And I’m not all high and mighty–I absolutely fall victim to road-bump opiates–the key is that I don’t do it very often and when I do, it’s not for anything super expensive. Case in point? After a somewhat harrowing trip to the Vermont RMV the other day (we transferred both cars, changed over both of our licenses, and got both cars inspected… ), I absolutely bought myself a strawberry banana smoothie to drink on the drive home. Classic example of a road-bump opiate: did nothing for my goals of health and financial wellness, but was quite tasty in the moment.
One-off road-bump opiates are not a big deal, but if I were to start buying a smoothie every single week and then every day and then if I started requiring ever-fancier smoothies with–I don’t know–like Reece’s Pieces on top, I’d be falling victim to hedonic adaptation. And thus would commence the cycle of spending more and more money in order to keep pace with my newfound requirements for happiness.
How We Spend Our Days
There are myriad factors extending far beyond money that substantially impact our mood; however, something that profoundly impacts our well-being is how we spend our days. Are we stuck working a job we don’t enjoy because we need the money? Or are we pursuing a vocation/career that leaves us fulfilled and energized for the next day’s work? The difference between those two diametrically opposed camps is–quite simply and most often–money.
Granting yourself the financial freedom to quit a job you’re not passionate about to instead follow your dream of… fill in the blank: teaching yoga, training dogs, farming, starting your own business… is how you get at changing that base, root level of happiness. Money does not buy happiness–plenty of miserable wealthy people sadly demonstrate that for us–but financial freedom grants you the leeway to construct a lifestyle that keeps you at an overall happier baseline. In this way, money facilities a happier life by making you less reliant on it (yay, frugality!).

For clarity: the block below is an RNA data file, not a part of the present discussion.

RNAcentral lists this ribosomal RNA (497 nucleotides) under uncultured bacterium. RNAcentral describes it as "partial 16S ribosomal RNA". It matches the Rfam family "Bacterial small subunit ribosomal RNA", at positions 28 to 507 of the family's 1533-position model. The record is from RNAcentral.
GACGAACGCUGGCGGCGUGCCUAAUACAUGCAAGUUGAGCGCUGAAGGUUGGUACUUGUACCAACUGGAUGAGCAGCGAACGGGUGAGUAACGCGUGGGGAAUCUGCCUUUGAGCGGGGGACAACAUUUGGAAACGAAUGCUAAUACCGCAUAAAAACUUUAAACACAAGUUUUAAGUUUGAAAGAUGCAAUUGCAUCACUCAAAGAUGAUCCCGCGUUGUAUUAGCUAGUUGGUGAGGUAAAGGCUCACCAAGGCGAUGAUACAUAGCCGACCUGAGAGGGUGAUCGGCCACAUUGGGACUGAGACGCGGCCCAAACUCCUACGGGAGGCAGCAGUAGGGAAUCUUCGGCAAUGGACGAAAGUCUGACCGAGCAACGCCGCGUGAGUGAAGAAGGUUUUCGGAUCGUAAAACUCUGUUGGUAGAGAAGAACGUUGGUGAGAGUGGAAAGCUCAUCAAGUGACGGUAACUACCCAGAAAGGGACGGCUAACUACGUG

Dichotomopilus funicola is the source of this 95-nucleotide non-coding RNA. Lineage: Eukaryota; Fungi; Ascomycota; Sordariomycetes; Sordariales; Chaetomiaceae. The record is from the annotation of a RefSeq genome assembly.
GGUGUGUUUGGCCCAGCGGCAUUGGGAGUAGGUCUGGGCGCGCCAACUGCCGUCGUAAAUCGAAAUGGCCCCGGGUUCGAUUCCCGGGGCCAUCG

Don’t get me wrong here–Mr. FW and I aren’t deliriously elated all the time (no one is), but what we’re crafting is a life in which we delight in the simple things and aren’t dependent upon consumerism to deliver highs. It’s about being content with our daily routine. We often joke after a vacation that, yeah we had fun, but we’re ready to get back to our routine!
Our days aren’t filled with riding unicorns in green pastures, but they are filled with the things we find most rewarding: playing with Babywoods, hiking in our woods with Frugal Hound, eating dinner together every night, and trying to figure out how to catch a moose on camera without getting too close to said moose (so far they’ve thwarted our game camera)… you know, typical pursuits like that.
It’s Always About More Than Just Money
Our decision not to give gifts is certainly about the money we save–I’d estimate thousands over the years–but it’s much more about this life philosophy. And it’s not as though we knew this at the outset–we stumbled upon the concept after deciding to not give gifts under the auspices of saving money. But then, as so often happens with frugality, we quickly discovered the tertiary benefits that accrue with not purchasing gifts. We’re taught over and over that buying things is how we extract pleasure from our money. But in our case, it’s through not buying things that we experience greater, more lasting happiness.